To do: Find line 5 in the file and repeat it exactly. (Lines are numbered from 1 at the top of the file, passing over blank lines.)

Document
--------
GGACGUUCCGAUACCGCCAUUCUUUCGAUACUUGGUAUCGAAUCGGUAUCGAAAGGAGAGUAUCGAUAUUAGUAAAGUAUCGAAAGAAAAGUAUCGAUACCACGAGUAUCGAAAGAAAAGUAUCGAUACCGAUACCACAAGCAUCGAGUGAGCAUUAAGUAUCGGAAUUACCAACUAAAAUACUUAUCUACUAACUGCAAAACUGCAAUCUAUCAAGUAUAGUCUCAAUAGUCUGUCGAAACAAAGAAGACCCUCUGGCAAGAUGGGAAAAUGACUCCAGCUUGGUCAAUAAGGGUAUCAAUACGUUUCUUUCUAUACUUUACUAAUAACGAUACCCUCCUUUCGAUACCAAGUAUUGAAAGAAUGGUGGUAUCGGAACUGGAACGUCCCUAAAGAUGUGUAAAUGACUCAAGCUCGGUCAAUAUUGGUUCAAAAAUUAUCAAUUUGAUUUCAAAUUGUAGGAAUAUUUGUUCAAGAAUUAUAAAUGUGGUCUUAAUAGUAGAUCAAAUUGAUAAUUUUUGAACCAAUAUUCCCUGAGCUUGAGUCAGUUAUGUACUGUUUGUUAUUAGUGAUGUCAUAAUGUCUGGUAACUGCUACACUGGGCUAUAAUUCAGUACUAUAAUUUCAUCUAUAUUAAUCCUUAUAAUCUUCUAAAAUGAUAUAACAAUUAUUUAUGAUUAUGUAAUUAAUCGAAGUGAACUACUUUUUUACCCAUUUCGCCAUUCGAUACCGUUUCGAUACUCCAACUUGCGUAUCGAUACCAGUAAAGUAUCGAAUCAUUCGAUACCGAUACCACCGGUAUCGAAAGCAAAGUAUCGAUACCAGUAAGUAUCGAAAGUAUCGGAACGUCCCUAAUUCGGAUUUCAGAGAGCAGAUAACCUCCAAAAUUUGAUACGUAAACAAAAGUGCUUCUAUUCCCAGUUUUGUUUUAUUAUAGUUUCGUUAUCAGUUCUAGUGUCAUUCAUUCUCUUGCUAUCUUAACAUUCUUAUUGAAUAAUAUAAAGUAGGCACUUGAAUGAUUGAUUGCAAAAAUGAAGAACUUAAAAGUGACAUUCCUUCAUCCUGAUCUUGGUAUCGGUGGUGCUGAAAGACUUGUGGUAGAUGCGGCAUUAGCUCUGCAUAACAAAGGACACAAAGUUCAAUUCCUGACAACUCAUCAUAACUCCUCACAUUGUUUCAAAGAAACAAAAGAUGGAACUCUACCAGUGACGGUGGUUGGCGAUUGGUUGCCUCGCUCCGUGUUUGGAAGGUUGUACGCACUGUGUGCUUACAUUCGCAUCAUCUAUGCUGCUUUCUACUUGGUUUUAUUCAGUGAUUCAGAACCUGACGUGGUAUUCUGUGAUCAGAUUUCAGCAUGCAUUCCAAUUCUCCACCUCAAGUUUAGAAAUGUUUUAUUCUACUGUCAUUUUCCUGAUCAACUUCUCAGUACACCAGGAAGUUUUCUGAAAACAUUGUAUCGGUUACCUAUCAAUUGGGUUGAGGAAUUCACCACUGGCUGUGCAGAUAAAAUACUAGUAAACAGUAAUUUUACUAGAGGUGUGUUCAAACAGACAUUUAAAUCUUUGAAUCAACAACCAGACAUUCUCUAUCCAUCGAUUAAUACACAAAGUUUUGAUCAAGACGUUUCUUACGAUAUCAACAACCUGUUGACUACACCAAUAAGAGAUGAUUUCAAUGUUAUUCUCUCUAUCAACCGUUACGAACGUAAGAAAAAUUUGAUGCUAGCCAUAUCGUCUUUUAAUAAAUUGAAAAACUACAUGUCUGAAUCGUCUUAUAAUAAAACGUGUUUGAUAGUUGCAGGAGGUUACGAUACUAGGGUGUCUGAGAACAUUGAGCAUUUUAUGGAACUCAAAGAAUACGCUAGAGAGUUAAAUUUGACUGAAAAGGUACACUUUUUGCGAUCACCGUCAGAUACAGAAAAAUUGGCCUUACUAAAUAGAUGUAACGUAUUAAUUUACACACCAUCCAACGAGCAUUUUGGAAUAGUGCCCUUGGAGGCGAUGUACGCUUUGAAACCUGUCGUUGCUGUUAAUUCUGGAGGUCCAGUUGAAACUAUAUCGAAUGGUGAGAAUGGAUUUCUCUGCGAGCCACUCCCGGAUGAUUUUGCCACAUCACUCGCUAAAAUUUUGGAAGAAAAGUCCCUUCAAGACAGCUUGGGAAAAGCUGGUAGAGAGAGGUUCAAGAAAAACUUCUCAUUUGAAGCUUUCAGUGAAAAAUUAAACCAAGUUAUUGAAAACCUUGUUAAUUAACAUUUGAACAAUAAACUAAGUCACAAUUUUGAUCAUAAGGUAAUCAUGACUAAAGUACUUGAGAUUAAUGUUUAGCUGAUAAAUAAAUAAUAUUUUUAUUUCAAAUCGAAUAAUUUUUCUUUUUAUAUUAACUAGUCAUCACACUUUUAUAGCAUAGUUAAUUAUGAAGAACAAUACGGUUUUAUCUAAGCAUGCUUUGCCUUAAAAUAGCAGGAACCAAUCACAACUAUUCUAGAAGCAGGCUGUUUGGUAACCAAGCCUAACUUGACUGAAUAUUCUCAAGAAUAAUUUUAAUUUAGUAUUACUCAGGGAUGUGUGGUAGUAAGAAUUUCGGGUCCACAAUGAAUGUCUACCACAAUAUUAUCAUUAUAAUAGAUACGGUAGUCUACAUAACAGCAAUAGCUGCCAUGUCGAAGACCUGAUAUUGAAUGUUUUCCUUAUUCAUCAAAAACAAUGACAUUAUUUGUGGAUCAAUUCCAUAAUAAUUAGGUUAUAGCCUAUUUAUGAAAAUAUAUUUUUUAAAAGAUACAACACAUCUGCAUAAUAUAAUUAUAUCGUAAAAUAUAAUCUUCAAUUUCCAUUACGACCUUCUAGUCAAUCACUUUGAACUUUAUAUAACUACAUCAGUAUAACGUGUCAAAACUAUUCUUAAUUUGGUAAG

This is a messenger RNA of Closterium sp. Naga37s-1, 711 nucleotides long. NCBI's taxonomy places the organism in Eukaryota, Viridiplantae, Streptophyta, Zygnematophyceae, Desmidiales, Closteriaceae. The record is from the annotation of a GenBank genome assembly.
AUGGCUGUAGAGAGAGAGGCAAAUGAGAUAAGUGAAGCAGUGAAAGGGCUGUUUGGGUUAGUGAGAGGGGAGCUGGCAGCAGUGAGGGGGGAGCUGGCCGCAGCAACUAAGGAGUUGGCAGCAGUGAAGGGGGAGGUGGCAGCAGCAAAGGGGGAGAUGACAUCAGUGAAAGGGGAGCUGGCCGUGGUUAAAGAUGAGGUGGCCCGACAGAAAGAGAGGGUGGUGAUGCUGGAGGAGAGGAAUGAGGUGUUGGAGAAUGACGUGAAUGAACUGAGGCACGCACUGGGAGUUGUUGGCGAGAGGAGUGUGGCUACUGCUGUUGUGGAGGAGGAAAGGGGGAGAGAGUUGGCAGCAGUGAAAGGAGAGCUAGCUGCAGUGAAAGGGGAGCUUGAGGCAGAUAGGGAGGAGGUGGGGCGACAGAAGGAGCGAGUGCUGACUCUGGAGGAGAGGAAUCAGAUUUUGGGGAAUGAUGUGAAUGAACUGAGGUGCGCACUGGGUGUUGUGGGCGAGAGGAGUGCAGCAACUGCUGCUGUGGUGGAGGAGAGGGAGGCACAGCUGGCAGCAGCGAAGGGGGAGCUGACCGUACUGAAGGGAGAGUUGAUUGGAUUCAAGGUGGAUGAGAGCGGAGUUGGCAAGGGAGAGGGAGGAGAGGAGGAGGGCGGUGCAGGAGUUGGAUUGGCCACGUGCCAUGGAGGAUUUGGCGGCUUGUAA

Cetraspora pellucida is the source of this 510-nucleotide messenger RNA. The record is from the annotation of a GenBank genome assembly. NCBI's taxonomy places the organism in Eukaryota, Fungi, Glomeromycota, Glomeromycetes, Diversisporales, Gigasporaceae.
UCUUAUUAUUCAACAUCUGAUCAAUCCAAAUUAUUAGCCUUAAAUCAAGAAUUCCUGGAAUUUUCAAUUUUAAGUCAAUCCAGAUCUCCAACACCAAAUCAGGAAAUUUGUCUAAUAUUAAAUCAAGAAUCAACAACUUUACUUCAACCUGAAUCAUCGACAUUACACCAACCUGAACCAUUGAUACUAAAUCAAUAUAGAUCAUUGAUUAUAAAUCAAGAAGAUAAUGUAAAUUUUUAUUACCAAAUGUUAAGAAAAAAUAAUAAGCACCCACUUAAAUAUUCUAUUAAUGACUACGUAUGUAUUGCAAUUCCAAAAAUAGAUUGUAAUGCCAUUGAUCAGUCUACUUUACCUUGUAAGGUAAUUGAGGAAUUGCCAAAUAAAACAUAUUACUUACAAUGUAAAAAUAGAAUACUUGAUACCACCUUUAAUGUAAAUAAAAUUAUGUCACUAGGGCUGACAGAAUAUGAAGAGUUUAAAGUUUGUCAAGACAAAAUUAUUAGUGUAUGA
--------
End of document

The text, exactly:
UCUUAUUAUUCAACAUCUGAUCAAUCCAAAUUAUUAGCCUUAAAUCAAGAAUUCCUGGAAUUUUCAAUUUUAAGUCAAUCCAGAUCUCCAACACCAAAUCAGGAAAUUUGUCUAAUAUUAAAUCAAGAAUCAACAACUUUACUUCAACCUGAAUCAUCGACAUUACACCAACCUGAACCAUUGAUACUAAAUCAAUAUAGAUCAUUGAUUAUAAAUCAAGAAGAUAAUGUAAAUUUUUAUUACCAAAUGUUAAGAAAAAAUAAUAAGCACCCACUUAAAUAUUCUAUUAAUGACUACGUAUGUAUUGCAAUUCCAAAAAUAGAUUGUAAUGCCAUUGAUCAGUCUACUUUACCUUGUAAGGUAAUUGAGGAAUUGCCAAAUAAAACAUAUUACUUACAAUGUAAAAAUAGAAUACUUGAUACCACCUUUAAUGUAAAUAAAAUUAUGUCACUAGGGCUGACAGAAUAUGAAGAGUUUAAAGUUUGUCAAGACAAAAUUAUUAGUGUAUGA